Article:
OTTAWA – Michael Haan and his colleagues at Western University’s sociology department have a great teachable moment coming up this week.
On Wednesday, Statistics Canada will release the first batch of data from the 2016 census, an avalanche of detailed information that sociologists, demographers, urban planners and businesses watch every five years with a high degree of interest — and, admittedly, more than a little data-geek glee.
Haan, however, detects a degree of indifference in a surprising place: his own London, Ont., classroom.
“I’m one of 15 faculty members here, and we all have our own students, and I would say that very few of them actually see the value of the census,” says Haan, whose department is steeped in demography training — a place one would expect an intimate, intricate portrait of Canada and its people to have a captive audience.
Maybe the census needs more social-media exposure, he muses. Or maybe students these days are seized by more pressing concerns — being able to find a job, or buy a home, for instance.
“They don’t understand or they don’t appreciate how important it is to have accurate population counts and information on population movements.”
Wednesday’s release, which will focus on population and dwellings, is only the first of seven data dumps to take place over the course of 2017. Others include age and sex in May; families, households and marital status in August; immigration and Aboriginal Peoples in October; and education, jobs and work patterns in November.
Wednesday’s release will detail the overall population as it stood on May 10, 2016; those regions where population levels or climbing and falling; and where new homes are being built. The data, from the mandatory short-form census, will be readily comparable to that from the 2011 short-form questionnaire, and will help form the foundation for decision-making across all levels of government.
“People may not realize how many decisions are being made that affect them directly where they live that is based on the census information we collect every five years,” said Marc Hamel, director of the census program at Statistics Canada.
“Things don’t appear by magic. Decision makers want information to make decisions, and we’re the ones providing it.”
Statistics Canada plans will meet with local officials and through liaison officers on reserves to explain how useful the data can be.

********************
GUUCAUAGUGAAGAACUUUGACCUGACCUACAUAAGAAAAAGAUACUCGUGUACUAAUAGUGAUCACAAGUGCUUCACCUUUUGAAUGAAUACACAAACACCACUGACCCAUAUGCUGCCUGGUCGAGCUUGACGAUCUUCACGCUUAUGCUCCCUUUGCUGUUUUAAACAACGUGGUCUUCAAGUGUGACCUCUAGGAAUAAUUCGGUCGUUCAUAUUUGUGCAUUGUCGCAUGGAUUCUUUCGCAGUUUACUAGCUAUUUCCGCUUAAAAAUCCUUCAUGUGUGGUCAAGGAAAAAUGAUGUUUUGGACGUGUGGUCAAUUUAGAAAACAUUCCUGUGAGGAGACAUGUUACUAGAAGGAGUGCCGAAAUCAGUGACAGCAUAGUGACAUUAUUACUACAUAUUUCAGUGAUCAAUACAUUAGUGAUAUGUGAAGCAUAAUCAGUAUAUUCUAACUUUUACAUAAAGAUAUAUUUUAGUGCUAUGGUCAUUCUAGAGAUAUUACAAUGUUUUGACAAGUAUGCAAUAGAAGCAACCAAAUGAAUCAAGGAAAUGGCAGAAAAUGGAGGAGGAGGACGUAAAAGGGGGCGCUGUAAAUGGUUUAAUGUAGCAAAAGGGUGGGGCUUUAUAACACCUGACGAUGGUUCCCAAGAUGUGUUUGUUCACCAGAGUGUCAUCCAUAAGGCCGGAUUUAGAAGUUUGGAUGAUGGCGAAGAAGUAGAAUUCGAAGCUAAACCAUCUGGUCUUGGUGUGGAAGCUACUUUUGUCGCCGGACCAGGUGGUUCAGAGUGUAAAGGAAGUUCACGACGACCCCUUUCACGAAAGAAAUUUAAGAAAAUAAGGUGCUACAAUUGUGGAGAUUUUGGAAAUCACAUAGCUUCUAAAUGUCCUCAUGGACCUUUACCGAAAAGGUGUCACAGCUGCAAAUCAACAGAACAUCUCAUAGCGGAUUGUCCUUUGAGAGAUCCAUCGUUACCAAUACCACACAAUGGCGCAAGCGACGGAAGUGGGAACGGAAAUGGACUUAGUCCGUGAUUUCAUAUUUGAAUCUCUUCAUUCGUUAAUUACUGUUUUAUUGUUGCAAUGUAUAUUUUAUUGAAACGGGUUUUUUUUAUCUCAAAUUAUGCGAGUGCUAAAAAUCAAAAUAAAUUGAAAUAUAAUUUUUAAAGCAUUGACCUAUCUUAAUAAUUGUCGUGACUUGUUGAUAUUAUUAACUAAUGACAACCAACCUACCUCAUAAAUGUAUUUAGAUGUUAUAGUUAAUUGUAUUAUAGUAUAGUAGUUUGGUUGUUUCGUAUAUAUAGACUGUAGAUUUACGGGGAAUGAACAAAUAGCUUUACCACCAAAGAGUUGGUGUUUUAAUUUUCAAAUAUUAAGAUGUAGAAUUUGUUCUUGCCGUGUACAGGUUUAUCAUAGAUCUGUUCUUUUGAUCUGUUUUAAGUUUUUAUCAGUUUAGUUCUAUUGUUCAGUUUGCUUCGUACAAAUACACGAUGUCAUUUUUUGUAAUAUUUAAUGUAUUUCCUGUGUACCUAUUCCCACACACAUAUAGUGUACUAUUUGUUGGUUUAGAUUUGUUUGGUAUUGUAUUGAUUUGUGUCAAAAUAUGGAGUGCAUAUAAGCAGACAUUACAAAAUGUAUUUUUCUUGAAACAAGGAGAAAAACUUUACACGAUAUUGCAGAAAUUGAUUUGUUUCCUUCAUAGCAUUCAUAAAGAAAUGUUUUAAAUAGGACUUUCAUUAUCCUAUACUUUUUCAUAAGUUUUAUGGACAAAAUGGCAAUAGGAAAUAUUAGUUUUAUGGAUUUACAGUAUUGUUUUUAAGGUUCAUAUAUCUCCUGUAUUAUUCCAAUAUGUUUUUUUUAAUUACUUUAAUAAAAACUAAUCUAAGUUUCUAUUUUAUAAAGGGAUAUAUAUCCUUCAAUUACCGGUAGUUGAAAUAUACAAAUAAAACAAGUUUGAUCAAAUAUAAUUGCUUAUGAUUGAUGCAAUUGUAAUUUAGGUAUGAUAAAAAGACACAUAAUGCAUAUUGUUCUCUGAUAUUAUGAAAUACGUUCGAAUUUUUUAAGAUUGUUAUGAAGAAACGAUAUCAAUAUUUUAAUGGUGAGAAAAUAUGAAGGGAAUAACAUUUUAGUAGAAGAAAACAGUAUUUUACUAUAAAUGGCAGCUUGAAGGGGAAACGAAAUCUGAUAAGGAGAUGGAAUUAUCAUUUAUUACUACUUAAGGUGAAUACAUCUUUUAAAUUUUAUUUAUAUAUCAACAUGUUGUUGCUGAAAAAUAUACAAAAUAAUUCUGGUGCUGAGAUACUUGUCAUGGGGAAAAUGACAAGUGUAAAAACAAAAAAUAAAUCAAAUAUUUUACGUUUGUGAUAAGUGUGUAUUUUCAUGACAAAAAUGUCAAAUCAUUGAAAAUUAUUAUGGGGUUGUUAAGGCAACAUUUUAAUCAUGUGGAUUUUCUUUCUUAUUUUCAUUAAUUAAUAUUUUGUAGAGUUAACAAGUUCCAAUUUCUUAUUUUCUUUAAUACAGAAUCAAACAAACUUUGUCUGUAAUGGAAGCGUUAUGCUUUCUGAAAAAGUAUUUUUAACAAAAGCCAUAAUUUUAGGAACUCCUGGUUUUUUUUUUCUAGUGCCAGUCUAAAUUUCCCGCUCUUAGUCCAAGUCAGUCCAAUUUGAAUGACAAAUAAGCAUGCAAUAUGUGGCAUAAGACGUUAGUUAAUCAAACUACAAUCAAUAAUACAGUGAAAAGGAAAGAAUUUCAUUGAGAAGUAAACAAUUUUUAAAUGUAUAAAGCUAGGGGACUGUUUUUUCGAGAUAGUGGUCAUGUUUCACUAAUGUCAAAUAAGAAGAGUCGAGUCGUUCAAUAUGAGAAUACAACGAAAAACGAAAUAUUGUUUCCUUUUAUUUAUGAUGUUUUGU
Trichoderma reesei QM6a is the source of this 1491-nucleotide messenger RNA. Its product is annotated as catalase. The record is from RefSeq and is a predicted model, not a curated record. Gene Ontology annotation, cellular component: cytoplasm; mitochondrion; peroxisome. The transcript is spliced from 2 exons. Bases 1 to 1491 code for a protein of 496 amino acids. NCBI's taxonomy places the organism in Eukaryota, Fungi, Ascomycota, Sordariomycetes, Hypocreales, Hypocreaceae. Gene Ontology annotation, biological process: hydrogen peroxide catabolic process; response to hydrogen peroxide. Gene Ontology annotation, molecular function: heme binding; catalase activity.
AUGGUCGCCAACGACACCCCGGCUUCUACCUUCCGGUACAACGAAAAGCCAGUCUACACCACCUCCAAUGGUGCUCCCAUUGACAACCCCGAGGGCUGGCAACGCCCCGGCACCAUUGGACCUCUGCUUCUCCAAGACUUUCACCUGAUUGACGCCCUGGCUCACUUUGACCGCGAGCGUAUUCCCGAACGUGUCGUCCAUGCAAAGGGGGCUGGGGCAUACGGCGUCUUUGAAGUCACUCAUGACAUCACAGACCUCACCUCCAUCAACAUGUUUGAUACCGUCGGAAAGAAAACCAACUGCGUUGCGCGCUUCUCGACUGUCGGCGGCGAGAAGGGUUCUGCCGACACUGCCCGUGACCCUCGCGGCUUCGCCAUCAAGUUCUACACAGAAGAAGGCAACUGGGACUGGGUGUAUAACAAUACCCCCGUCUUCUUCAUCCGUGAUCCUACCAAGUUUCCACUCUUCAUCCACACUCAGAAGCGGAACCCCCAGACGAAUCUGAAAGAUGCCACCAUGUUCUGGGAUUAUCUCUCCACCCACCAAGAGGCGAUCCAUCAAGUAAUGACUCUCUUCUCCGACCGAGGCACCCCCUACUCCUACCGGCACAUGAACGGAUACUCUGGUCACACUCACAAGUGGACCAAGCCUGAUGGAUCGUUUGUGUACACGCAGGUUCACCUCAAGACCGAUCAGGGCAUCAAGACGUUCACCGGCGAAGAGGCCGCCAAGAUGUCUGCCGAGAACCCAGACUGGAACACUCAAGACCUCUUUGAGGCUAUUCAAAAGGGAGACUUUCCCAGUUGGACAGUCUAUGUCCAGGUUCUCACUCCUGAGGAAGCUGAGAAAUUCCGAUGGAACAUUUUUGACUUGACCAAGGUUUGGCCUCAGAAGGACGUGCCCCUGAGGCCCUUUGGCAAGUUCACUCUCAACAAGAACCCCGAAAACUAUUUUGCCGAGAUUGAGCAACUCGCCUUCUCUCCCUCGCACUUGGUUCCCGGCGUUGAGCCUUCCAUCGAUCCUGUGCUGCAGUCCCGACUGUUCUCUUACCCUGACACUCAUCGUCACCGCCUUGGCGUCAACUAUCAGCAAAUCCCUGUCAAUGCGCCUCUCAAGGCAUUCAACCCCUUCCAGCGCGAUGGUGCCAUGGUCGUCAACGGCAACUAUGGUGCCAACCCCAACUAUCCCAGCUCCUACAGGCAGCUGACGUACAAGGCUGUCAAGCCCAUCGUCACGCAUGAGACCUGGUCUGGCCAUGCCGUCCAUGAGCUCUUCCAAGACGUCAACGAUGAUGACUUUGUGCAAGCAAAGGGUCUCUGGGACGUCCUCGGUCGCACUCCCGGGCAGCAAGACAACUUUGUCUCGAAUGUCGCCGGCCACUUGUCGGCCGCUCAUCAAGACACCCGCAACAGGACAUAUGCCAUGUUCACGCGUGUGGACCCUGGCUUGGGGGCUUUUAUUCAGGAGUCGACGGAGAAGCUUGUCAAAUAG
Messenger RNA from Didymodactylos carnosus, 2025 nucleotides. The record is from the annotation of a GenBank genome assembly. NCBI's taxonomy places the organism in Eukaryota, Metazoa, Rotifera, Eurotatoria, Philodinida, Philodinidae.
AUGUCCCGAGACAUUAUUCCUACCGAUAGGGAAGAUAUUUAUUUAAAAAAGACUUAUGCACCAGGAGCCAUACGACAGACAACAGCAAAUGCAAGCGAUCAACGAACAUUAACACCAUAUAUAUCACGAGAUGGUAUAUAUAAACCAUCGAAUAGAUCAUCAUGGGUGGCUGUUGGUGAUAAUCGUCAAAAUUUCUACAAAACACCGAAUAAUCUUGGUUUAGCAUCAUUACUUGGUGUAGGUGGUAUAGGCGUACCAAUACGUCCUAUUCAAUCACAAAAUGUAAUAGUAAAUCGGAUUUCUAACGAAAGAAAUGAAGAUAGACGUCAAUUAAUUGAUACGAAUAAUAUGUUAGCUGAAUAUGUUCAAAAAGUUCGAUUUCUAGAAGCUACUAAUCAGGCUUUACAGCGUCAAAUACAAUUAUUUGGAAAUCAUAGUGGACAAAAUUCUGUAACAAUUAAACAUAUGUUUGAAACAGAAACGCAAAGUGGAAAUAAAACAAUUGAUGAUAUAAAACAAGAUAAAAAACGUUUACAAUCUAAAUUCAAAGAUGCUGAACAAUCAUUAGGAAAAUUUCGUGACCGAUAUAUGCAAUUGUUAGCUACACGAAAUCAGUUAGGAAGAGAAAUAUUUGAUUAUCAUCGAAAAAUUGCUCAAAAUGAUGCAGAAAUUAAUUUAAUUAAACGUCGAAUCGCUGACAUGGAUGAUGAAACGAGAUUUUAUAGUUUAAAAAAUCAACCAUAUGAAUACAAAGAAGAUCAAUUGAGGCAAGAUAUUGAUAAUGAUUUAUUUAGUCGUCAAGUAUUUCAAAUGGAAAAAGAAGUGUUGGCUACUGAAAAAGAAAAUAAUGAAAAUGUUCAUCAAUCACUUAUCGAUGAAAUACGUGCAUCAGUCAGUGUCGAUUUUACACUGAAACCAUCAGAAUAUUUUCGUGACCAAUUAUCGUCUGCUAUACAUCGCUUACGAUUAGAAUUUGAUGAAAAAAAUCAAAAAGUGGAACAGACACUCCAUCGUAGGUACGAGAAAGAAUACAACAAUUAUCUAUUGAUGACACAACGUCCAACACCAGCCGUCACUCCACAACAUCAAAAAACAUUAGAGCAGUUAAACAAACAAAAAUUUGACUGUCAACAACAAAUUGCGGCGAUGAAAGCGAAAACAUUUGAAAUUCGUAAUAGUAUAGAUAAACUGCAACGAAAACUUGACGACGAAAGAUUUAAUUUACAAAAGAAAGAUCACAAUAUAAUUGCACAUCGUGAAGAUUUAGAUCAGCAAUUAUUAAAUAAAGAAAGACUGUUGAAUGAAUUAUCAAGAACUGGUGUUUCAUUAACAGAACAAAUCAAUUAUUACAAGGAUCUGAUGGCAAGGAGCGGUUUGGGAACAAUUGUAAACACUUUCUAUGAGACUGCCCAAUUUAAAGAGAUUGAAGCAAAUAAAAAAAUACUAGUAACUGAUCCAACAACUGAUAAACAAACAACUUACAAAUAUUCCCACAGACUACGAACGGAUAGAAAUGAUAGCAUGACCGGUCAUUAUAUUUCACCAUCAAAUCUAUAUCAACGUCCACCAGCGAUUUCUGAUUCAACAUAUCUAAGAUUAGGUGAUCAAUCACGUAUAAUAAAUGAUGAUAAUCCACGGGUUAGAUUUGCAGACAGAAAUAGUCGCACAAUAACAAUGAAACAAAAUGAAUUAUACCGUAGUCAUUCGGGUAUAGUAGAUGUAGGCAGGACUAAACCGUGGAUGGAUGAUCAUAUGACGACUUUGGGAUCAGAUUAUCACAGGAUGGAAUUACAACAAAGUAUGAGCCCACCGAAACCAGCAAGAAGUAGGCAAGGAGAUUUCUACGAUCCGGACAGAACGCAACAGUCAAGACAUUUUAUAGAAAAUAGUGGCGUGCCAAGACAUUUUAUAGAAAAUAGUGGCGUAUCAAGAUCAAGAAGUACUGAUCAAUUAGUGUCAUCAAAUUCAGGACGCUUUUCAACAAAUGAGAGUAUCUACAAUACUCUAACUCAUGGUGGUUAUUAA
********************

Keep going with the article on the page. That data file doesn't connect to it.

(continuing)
The population counts determine how much money Ottawa transfers to provinces and territories for services like health care — a frequent source of consternation. Provinces, in turn, use municipal counts to determine how much money to provide for programs like social services.
Demographers use the information to see how the country is changing. Multinationals like Starbucks and Tim Hortons use the data to decide where to place their next store.
Census information lets urban planners know where people are living so they can better plan for transit, roads, hospitals, schools and new residential units. Local land-use decisions like zoning bylaws are also based on census data.
“That data informs these plans and these policies,” said Eleanor Mohammed, president of the Canadian Institute of Planners.
“It tells us about how the growth in our communities is trending and then it help us determine, ‘OK, well, if we know the population is going to grow by this much, how many new facilities are we going to need? How do we have to change our programming in order to accomodate this?’
“It’s really important data for us to work with and it helps us build these plans from a rational perspective.”
Wednesday’s data likely won’t hold many surprises. Demographics change slowly and predictably over time.
The population is likely near the 36 million mark Statistics Canada predicted in its most recent annual forecast. Ontario, hard-hit in past years by a downturn in manufacturing, is expected to surpass 14 million people. Alberta, its red-hot energy sector a big draw in 2011, will likely still be the fastest-growing province, despite lower oil prices — a phenomenon whose full-blown effects won’t yet have been captured.
Look also for population spikes in some of Canada’s medium-sized cities — the Hamiltons, the Kelownas, the Guelphs — as the urbanization trend continues.
Another prominent storyline in the 2016 census will be the return of the mandatory long-form questionnaire, eliminated by the previous Conservative government for the 2011 edition and restored last year by the Liberals.
The voluntary nature of 2011’s National Household Survey led to concerns about data quality, given the smaller sample size — swaths of downtown Saint John, N.B., lacked poverty information, Haan recalls — and the fact recent immigrants and lower-income families were less likely to participate.
The newly mandatory long-form, which boasted one of the highest-ever response rates, will provide details later this year about immigration, the languages Canadians speak at home and at work, poverty levels and even those ever-longer commute times.
“The mandatory long-form census questionnaire provided regions and cities and communities with really valuable and reliable long-term information about the changing nature of the city and its neighbourhood that’s not available from any other source,” said David Gordon, an urban planning professor from Queen’s University.
Experts who use the long-form data are likely to just skip over the 2011 data point, seeing it as a blip in time, and draw a straight line between the long form census of 2006 and the questionnaire of 2016, he added.
And it all starts rolling out Wednesday — for those who are paying attention.
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